Farmers' strikes were one way to fight back against the Depression.

Farmers barricading a road in Iowa to block goods from market.


The Plow That Broke the Plains is a 1936 short documentary film which shows what happened to the Great Plains region of the United States and Canada when uncontrolled agricultural farming led to the Dust Bowl.


This WPA film focuses on social and economic wastes resulting from continued drought in the midwestern dust bowl and efforts of the federal government in attempting to remedy such conditions. Several views indicate the condition of the land from which much of the moisture has gone.


Soon after Roosevelt's inauguration, he directed the Congress to establish a number of new federal agencies to deal with the economy. One of these, the Agricultural Adjustment Administration, adopted a policy of artificial scarcity to deal with the food surplus and falling prices. This tactic, which involved leaving crops to rot in the field and killing more than six million pigs, was met some public outrage. As a result of this backlash, Congress created yet another agency, the Federal Surplus Relief Corporation, to try another tactic, the acquisition of surplus product for distribution to local relief agencies and organizations. Prices did begin to rise gradually and reached 1929 levels by 1937. However, the rebound was short-lived. Prices steeply declined during the following year and did not recover until after the attack on Pearl Harbor in 1941.

Some of the food purchased by the federal government to boost farm prices.


For farmers who were merely renting the land they worked, the Great Depression brought yet another sorrow. For decade, it had been a widespread practice for land owners to rent portions of their farms to tenants. This made sense because virtually all of the work required horses, which limited the amount of land that one family could farm. However, this made less sense as motorized tractors became the norm. When the high debt and low prices of the Depression are factored in, it became evident that the old way was not the best way. One family with a tractor could farm five times as much land as one could using horses. In addition, the federal agencies created during the early years of the era provided payments to land owners, who could then afford to by a tractor and other mechanized equipment. They would often retain one tenant and evict the others. With no other work available, these displaced families were forced to move on with only the possessions they could carry with them. Their plight is covered in detail on the Life On The Move page.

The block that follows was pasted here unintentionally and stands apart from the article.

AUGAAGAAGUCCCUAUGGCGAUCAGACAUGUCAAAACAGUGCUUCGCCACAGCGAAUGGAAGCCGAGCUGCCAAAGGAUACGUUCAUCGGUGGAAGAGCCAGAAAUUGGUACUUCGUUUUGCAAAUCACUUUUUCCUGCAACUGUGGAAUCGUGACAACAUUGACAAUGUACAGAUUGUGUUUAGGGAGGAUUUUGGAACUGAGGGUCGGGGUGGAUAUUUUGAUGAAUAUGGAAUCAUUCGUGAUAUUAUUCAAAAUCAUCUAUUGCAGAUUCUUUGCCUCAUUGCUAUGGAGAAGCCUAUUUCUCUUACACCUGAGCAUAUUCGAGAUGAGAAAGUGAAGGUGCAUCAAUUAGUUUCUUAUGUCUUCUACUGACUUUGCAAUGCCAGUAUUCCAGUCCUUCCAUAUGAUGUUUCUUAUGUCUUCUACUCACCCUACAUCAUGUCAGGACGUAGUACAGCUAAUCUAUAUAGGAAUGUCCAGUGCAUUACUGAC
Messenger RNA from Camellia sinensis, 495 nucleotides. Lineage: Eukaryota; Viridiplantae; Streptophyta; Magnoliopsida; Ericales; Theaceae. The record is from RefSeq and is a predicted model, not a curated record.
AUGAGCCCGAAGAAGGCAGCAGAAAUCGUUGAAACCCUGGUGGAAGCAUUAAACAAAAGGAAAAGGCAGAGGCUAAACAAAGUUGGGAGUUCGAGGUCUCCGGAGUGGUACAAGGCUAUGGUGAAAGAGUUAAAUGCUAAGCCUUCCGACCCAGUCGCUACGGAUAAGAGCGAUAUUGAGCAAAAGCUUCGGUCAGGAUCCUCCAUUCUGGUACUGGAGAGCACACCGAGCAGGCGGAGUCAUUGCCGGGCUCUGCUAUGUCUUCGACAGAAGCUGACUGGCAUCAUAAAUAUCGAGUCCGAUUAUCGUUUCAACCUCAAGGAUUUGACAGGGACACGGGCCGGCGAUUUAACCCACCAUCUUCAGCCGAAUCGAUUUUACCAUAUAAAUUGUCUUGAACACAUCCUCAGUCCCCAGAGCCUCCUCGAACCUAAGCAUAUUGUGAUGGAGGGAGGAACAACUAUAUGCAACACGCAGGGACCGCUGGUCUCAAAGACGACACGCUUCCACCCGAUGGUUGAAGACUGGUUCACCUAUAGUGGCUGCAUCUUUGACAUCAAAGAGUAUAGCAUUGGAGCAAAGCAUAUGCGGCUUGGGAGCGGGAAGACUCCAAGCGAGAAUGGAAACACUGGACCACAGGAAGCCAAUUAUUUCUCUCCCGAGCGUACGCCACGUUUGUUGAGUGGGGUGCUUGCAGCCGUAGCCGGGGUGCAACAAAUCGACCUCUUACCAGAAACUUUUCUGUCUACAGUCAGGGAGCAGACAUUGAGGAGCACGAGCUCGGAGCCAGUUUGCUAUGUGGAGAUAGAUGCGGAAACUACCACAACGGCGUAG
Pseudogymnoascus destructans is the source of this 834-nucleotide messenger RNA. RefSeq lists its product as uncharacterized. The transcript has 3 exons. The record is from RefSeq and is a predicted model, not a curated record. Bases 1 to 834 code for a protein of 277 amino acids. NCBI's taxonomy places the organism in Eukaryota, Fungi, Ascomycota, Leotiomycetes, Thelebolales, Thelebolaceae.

A tenant farmhouse is abandoned as the tractor conquers the plains.


Although life was hard, rural citizens still found ways to have fun. Since money was tight, most entertainment and recreation involved activities that required little or no expense. Rural communities, by tradition close knit and family oriented, looked to the church and each other. Church socials and community picnics were very popular during the hard years. Since farms produced plenty of food, many activities involved the sharing of meals. Dances, held in barns, parks and community halls provided opportunities for young people to socialize and date. Larger events and gatherings such as county and state fairs were well attended as well. Since these were organized by local communities, expenses could be minimized by sharing resources.

Although still a relatively expensive appliance, the price of radio sets declined in the early years of the Depression, and many farms depended upon them for farm and weather reports as well as for entertainment. Even farms without electricity could buy battery powered receiving sets especially designed for farm use. Since batteries were expensive and often not readily available from local sources, farmers would remove the battery from their tractor at the end of the day and attach it to the radio for the evening.

Many farm families depended on radio for news, weather and entertainment.

County fairs provided inexpensive fun.